The Last Mile problem (not to be confused with the Three-Body Problem, but possibly as hard to solve) is the struggle that transport planners have in getting commuters to use public transport if they have to walk the first or last stretch. Transport infrastructure may be fantastic for the most part, but if a passenger needs to walk for twenty minutes after hopping off their train, they may look to take a car instead.
Bicycles make a lot of sense, as they can chew up the distance from the station to home or the office, but they are mostly cumbersome to have on the train, especially during rush hour. In Melbourne, I’d often get passed by people on skateboards while walking from Flinders Street station to the South Bank. This is not a bad option, as skateboards can be popped onto the back of a backpack and carry pretty well, but they’re not for everyone. The few times in my life that I’ve been on a skateboard I’ve feared for my knees, elbows and life.
So this weekend, my little family tried out the Lime scooters which are being rolled out (pun intended) in Brisbane. These surprisingly tall and heavy electric scooters are found scattered around the CBD, and along the side of the river.
They cost AUD1 to unlock, then AUD0.30 per minute to ride. We had a fun time up and down the river’s edge, dropping a smooth AUD11 for our little half hour adventure. You download the app, locate a nearby scooter and scan its QR code. Then it’s unlocked and you can take it for a ride. The app will show how much distance is left in the scooter’s battery.
It’s hard to say how many scooters are dotted around Brisbane, but the app shows that they are fairly ubiquitous in the CBD. And people are using them. Everywhere you walk people pass you on them. They are quiet, very quick and easily accessible.
One of the problems with bike rentals is finding a drop off point, which can make them inconvenient. When you’re finished with the scooters you just tap out, and leave them on the side of the road. Ready for the next eager scooterer to hop on.
And when they start getting low on juice?
“Our Lime-S electric scooters are monitored remotely by both local staff and an independent team of Lime Juicers. When a scooter is running low on power, our Juicers will pick it up, charge the battery and then redeploy the Lime-S out in the community.” – Lime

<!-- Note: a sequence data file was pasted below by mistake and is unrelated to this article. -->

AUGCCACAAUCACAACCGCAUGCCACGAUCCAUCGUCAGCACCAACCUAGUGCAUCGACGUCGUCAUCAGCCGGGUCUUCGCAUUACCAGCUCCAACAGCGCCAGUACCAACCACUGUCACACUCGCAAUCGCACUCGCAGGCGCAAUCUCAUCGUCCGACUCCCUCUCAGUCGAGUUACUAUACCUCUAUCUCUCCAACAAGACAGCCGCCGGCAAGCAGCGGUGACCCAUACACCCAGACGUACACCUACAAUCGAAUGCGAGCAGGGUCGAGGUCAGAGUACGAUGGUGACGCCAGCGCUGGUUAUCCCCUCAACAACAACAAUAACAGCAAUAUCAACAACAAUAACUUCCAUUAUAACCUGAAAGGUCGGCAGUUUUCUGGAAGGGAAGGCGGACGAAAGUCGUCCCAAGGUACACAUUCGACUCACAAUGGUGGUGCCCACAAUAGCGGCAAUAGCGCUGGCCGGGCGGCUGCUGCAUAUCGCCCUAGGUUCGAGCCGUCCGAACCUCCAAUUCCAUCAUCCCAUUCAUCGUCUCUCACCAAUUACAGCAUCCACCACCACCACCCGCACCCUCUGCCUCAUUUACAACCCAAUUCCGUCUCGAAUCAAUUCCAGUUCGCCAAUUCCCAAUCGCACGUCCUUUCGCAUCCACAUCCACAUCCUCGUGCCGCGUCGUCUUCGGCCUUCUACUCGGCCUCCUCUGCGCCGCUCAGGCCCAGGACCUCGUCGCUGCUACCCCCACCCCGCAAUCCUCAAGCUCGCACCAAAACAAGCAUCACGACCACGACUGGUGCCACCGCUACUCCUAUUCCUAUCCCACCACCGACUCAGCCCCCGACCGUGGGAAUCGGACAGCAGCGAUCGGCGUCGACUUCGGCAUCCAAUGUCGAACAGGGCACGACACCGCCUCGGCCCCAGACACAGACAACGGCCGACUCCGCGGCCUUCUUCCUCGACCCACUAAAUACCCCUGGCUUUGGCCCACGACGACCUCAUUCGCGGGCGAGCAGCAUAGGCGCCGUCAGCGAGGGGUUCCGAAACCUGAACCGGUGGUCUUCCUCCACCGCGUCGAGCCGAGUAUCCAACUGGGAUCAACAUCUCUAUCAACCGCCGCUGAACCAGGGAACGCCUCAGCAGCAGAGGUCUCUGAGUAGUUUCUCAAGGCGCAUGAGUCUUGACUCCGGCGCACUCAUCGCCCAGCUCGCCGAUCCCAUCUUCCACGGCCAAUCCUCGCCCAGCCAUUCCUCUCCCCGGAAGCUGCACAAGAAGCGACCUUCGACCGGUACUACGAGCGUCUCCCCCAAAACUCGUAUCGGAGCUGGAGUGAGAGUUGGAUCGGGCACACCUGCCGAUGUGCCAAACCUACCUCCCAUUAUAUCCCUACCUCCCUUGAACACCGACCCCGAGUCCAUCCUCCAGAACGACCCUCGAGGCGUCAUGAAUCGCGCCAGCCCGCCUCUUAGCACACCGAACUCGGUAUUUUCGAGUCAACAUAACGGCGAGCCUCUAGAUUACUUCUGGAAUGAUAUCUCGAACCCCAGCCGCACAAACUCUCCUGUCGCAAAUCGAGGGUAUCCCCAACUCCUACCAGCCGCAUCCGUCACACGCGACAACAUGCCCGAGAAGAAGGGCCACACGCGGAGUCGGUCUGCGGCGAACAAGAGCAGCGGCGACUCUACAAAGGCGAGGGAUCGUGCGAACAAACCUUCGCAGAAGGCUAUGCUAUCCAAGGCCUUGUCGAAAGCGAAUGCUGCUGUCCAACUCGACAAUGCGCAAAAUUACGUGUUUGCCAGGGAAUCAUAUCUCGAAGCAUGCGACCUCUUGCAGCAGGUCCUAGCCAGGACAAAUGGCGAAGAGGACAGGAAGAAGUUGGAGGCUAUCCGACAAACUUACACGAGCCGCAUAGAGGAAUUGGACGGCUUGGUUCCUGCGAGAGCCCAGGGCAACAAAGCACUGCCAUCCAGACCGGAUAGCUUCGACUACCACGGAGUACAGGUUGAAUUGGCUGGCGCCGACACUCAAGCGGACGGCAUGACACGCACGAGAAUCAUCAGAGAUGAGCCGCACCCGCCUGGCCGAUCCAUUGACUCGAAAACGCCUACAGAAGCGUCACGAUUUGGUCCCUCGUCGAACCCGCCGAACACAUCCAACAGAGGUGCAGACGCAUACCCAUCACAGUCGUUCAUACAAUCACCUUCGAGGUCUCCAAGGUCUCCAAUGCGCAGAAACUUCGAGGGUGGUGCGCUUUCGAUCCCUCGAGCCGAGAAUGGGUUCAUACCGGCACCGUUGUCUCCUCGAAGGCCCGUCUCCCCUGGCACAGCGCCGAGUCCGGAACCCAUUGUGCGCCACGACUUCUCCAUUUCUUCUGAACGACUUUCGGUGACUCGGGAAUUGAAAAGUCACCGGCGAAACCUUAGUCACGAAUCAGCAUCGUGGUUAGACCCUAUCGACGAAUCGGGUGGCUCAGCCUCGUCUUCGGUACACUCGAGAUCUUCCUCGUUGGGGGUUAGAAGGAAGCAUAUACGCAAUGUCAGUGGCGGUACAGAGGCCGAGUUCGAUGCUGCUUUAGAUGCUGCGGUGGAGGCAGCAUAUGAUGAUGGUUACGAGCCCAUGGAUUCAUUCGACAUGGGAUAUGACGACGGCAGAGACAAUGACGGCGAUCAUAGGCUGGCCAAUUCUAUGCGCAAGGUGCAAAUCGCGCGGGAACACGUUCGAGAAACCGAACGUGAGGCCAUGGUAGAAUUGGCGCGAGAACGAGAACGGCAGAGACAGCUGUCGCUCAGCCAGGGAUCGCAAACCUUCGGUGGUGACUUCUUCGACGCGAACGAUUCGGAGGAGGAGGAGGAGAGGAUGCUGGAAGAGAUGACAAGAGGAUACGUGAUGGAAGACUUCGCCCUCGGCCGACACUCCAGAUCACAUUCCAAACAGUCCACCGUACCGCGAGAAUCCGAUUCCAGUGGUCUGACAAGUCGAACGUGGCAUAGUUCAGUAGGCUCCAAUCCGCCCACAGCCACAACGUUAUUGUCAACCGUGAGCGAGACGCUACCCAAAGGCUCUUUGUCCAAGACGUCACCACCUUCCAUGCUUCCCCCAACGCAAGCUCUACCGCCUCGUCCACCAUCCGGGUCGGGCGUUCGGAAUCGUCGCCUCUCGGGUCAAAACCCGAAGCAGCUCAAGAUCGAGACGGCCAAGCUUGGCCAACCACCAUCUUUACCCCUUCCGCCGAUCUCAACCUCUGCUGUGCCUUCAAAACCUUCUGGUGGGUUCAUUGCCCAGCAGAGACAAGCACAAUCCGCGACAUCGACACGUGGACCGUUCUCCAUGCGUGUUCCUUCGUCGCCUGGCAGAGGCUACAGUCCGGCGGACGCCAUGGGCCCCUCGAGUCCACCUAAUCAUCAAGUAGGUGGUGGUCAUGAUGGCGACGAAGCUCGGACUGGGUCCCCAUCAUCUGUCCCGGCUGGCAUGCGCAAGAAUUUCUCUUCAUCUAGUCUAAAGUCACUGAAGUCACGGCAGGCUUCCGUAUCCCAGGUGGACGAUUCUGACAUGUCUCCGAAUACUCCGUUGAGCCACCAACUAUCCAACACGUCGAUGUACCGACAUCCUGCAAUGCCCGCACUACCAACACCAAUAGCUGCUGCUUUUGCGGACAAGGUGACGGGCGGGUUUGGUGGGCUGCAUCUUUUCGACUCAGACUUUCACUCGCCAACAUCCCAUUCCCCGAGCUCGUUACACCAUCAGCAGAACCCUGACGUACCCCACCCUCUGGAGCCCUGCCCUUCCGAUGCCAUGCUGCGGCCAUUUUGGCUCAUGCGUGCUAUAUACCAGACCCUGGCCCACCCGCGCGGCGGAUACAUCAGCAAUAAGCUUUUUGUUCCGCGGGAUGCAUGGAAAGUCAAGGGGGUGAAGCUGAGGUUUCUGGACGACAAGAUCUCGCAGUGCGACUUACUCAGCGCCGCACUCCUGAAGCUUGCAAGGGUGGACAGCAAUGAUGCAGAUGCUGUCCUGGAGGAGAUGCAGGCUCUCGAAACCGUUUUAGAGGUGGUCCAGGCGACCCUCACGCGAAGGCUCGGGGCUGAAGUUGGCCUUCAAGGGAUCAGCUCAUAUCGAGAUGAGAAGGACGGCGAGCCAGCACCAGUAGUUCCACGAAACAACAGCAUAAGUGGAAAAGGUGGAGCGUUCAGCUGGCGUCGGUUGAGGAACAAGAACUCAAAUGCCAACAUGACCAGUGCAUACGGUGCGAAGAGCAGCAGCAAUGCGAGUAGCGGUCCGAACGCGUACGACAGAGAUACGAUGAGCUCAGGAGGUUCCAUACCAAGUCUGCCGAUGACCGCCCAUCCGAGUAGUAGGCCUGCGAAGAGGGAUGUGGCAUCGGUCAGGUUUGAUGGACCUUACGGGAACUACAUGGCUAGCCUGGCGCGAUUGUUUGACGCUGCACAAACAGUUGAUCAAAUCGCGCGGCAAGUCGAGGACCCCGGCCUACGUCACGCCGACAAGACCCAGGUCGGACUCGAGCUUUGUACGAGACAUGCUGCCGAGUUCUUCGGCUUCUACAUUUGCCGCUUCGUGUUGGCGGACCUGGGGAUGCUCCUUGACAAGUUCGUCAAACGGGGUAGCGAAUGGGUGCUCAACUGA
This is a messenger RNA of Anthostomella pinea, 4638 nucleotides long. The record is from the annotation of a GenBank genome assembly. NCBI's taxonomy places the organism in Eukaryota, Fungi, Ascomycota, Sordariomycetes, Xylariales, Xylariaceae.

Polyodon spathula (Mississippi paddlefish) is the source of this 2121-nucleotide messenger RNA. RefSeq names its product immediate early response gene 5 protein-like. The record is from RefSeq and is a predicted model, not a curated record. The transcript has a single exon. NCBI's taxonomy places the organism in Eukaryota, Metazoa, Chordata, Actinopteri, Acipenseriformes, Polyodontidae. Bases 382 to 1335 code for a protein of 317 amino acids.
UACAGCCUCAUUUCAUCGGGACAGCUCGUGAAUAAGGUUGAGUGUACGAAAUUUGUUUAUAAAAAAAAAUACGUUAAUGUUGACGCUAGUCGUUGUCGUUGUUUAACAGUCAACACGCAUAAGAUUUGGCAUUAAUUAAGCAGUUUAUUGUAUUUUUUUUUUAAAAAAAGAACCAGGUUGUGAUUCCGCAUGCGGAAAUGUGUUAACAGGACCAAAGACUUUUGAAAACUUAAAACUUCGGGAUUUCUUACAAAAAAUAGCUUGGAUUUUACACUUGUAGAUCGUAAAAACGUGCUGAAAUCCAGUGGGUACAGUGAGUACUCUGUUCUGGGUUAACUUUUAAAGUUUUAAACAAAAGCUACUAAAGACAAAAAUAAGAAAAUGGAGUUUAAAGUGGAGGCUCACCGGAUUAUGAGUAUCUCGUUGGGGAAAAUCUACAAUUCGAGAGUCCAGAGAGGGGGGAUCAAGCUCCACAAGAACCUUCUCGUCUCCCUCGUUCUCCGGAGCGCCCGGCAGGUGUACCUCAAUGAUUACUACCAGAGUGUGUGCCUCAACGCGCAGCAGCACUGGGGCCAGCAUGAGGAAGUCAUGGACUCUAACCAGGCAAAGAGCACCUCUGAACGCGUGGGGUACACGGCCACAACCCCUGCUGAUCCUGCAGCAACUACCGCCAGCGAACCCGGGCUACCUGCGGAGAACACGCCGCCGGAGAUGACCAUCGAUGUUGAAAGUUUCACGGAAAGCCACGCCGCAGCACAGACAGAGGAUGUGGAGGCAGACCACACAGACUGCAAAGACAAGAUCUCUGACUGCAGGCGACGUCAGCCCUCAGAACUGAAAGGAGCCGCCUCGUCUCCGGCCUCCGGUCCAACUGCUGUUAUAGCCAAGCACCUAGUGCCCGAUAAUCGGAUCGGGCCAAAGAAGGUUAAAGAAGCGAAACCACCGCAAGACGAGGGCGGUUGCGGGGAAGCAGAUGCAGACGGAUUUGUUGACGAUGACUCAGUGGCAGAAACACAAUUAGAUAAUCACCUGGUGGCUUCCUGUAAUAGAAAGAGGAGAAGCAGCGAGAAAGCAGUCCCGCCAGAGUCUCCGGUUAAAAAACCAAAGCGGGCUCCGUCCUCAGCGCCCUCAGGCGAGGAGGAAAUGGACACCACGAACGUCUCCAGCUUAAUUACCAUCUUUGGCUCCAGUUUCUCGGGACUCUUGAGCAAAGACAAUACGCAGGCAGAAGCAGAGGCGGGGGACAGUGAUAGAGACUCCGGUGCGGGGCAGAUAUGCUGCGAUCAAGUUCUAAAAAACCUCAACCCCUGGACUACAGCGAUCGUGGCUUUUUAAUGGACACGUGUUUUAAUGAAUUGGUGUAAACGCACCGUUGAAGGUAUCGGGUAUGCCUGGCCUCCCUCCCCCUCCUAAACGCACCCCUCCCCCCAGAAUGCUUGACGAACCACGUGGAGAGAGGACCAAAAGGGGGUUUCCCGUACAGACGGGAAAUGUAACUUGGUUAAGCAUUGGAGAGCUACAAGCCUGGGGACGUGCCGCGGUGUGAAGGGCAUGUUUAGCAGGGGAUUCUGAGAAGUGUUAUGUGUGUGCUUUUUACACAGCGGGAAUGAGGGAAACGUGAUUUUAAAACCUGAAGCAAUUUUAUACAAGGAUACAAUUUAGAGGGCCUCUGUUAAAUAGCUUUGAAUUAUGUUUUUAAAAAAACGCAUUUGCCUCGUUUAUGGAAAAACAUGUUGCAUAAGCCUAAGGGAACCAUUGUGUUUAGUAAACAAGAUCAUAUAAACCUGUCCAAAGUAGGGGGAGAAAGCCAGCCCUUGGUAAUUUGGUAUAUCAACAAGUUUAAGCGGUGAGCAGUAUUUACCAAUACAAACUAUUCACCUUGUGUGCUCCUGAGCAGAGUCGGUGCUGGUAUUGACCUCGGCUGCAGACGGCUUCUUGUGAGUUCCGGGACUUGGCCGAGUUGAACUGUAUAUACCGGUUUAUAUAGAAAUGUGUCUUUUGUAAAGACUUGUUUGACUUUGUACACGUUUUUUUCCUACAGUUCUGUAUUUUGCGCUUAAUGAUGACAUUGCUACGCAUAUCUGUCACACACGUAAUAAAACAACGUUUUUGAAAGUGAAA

Many of the scooters have helmets hanging off of them, but there are many people cruising around without one. My conscientious husband asked a passing policeman if they were mandatory (apparently they are). It was also pointed out that only one person was allowed on at a time. Pictures below reflect compliance…
Our son enjoyed it and I was surprised at the oomph provided by the little motor. A great overall experience.
Throughout my career I have encountered strong and vibrant women. It has been a pattern in my working life to be in a team which is led, either formally or informally, by a woman of absolute substance. And I am not sure what working life would be like without it. I recently moved from Melbourne to the Sunshine Coast, and with this change of office I leave an extremely high-functioning team. It has been established and led by Heidi Sick, the Section Executive for WSP’s Power team in Victoria, and the market lead for renewable energy across Australia. On top of my move, I am now on maternity leave and I find myself in a good place to reflect on my career to date, and my aspirations going forward. I thought a good way to approach this reflection would be to talk with some of these women who inspire, who create and who lead. I met with Heidi while down in Melbourne in March. While the discussion below outlines our quick half hour chat, there is so much more that can be said about this woman, who has been so supportive over the last two years, and who has been an incredibly valuable sounding board and personal champion.
Putting a team together
When Heidi started in her current role, in 2009, the team structure and mandate was very different. After a couple of years, she moved into a team management role, her first people management role with direct reports. Hers was a team of six, two of whom were women. She had no power generation background, but the person who interviewed her saw leadership qualities in Heidi and she was appointed to the role.
“I had no idea what I was doing, no idea what to do. I decided to focus on what the team can do, their capabilities, strengths, interests and passion, and to support them and make sure that they were fully engaged. I then had to get up to speed with understanding the market and the sector, build client relationships and focus on business development. I realised that if I didn’t have strong relationships with my team then they would leave. After a couple of years I went on maternity leave and came back to manage a larger team with different capabilities, which included wind engineering and networks.